Check cached, maybe repeat, set global, check cached, check global, maybe repeat, set cached, do is OK. A competing lock would fail maybe on the set cached if a time slice occurred just before it. An interrupt delay circuit would be needed for a number of instructions when the global is checked. The common access to the value either sets a stall timer or an interrupt stall timer, or a common timer register, with both behaviours. A synchronization window. Of course a badly written code piece could just set the cached, and ruin everything. But write range bounding would prevent this.

The next issue would be to sort out duplicating a read copy of a cache line into a local cache. This is so likely to be shared memory with the way software should be working. No process shares a cache line otherwise by sensible design of software. A read should get a clone from memory (to not clog a cache transfer bus if the other cache has not written). A cache should check for another cache written dirty, and send a read copy. A write should cause a delete invalidation on the other caches. If locks are correctly written this will preserve all writes. The cache bus only then has to send dirty copies, and in validations. Packet formats are then just an address, an RW bit, and the data width of a cache line (the last part just on the return bus), and the RW bit on the return bus is not used.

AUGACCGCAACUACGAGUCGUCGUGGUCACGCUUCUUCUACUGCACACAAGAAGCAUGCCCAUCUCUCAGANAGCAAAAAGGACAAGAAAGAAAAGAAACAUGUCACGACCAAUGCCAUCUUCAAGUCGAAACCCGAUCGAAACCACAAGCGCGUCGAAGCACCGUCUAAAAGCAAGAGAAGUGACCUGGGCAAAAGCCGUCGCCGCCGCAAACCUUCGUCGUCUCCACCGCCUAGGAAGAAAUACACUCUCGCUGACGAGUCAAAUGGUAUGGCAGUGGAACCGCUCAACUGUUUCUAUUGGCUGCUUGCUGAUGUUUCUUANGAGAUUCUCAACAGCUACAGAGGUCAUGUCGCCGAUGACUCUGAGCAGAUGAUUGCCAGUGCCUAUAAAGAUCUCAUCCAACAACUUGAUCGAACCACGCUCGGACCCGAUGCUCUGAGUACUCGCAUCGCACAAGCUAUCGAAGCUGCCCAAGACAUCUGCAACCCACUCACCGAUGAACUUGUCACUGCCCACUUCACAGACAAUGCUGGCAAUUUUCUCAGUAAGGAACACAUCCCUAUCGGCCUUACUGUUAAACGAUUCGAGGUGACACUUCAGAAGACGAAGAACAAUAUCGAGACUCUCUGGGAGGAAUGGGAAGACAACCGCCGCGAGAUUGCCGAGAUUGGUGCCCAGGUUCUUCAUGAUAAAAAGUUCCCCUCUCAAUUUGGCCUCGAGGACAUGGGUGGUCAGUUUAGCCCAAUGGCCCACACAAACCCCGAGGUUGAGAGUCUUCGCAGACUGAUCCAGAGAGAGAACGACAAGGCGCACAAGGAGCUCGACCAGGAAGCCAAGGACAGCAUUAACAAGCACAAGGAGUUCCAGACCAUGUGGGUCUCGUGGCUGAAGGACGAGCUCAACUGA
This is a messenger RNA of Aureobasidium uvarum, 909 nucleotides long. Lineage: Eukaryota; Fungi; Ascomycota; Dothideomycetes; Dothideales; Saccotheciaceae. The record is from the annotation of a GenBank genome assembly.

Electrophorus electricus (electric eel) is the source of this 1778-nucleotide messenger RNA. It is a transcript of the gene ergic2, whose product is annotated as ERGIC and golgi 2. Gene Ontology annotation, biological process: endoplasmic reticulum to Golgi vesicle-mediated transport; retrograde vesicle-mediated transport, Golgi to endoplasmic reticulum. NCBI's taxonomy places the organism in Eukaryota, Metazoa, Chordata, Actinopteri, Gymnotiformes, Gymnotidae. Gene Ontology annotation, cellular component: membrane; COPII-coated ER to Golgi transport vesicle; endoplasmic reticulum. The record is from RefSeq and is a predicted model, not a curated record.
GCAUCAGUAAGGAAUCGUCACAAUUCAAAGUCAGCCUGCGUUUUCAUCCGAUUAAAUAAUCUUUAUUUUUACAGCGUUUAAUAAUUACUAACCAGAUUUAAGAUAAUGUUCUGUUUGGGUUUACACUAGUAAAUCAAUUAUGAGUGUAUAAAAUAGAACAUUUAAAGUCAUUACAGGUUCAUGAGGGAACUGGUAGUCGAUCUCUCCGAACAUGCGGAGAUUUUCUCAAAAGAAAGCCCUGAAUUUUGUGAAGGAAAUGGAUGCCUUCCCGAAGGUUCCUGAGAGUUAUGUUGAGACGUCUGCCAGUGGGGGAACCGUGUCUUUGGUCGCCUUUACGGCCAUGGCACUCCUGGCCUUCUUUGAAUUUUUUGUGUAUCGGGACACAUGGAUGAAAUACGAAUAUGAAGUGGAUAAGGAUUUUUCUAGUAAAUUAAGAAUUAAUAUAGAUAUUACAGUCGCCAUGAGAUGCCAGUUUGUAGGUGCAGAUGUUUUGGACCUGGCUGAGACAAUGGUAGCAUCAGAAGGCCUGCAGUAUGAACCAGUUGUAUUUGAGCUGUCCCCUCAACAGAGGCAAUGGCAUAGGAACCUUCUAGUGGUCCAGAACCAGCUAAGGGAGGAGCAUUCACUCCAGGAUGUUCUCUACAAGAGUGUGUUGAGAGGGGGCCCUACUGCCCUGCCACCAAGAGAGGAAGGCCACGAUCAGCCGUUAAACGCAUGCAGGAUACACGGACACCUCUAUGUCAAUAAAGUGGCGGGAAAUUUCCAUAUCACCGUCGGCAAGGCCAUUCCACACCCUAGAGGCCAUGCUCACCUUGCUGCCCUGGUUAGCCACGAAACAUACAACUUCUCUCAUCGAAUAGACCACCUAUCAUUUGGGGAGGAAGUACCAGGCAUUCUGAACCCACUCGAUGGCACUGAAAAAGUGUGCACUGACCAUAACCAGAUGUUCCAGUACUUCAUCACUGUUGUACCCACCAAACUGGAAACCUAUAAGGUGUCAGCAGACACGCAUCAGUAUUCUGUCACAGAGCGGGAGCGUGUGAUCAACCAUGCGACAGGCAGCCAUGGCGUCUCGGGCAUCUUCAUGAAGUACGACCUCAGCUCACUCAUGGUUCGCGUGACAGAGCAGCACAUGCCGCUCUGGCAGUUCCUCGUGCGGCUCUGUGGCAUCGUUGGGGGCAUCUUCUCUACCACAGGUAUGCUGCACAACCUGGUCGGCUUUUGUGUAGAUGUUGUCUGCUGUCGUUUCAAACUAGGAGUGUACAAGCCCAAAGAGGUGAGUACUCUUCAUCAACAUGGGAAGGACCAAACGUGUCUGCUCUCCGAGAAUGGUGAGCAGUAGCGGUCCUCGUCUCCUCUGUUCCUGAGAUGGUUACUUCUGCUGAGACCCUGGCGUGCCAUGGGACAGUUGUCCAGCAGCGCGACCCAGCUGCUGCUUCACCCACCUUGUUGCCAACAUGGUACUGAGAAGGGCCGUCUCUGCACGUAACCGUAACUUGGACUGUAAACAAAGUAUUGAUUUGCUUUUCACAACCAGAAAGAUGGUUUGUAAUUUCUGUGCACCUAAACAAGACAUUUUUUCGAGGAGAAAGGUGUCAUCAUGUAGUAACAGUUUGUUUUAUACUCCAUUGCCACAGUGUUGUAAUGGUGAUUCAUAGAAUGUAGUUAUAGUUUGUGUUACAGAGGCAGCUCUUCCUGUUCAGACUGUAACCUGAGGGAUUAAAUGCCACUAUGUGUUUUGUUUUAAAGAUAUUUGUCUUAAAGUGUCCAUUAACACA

What happens when a second write happens, and a read only copy is in transit? It is invalid on arrival, but not responsible for any write back. This is L2 cache here. The L1 cache can also be data invalidated, but can stand the read delay. Given the write invalidate strategy, the packet in transit can be turned into an invalidate packet. The minor point is the synchronous assignment to the cache of the read copy at the same bus cycle edge as the write. This just needs a little logic to prevent this by “special address” forwarding. A sort of cancel on execute as it were.